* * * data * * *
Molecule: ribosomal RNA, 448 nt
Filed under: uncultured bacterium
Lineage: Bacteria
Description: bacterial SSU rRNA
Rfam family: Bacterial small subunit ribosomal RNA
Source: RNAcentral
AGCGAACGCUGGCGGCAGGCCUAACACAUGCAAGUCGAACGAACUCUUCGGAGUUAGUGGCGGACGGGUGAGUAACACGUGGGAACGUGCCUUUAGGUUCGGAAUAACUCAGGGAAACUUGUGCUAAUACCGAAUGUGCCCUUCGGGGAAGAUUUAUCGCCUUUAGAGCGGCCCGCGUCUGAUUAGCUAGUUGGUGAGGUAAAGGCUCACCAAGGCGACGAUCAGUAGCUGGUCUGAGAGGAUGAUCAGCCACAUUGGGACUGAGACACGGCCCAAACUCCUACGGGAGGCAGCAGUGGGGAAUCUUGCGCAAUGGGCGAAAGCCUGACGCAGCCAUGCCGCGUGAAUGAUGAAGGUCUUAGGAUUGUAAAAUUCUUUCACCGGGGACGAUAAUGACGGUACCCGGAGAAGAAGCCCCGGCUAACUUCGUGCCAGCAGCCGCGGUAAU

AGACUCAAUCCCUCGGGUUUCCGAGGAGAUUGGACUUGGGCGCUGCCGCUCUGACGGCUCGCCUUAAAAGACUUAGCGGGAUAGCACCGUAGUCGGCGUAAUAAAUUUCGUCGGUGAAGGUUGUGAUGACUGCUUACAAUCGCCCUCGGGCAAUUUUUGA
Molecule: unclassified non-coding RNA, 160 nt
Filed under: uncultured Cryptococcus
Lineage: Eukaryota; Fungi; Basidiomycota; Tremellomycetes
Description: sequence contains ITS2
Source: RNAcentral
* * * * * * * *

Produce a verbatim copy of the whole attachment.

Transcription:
Molecule: ribosomal RNA, 448 nt
Filed under: uncultured bacterium
Lineage: Bacteria
Description: bacterial SSU rRNA
Rfam family: Bacterial small subunit ribosomal RNA
Source: RNAcentral
AGCGAACGCUGGCGGCAGGCCUAACACAUGCAAGUCGAACGAACUCUUCGGAGUUAGUGGCGGACGGGUGAGUAACACGUGGGAACGUGCCUUUAGGUUCGGAAUAACUCAGGGAAACUUGUGCUAAUACCGAAUGUGCCCUUCGGGGAAGAUUUAUCGCCUUUAGAGCGGCCCGCGUCUGAUUAGCUAGUUGGUGAGGUAAAGGCUCACCAAGGCGACGAUCAGUAGCUGGUCUGAGAGGAUGAUCAGCCACAUUGGGACUGAGACACGGCCCAAACUCCUACGGGAGGCAGCAGUGGGGAAUCUUGCGCAAUGGGCGAAAGCCUGACGCAGCCAUGCCGCGUGAAUGAUGAAGGUCUUAGGAUUGUAAAAUUCUUUCACCGGGGACGAUAAUGACGGUACCCGGAGAAGAAGCCCCGGCUAACUUCGUGCCAGCAGCCGCGGUAAU

AGACUCAAUCCCUCGGGUUUCCGAGGAGAUUGGACUUGGGCGCUGCCGCUCUGACGGCUCGCCUUAAAAGACUUAGCGGGAUAGCACCGUAGUCGGCGUAAUAAAUUUCGUCGGUGAAGGUUGUGAUGACUGCUUACAAUCGCCCUCGGGCAAUUUUUGA
Molecule: unclassified non-coding RNA, 160 nt
Filed under: uncultured Cryptococcus
Lineage: Eukaryota; Fungi; Basidiomycota; Tremellomycetes
Description: sequence contains ITS2
Source: RNAcentral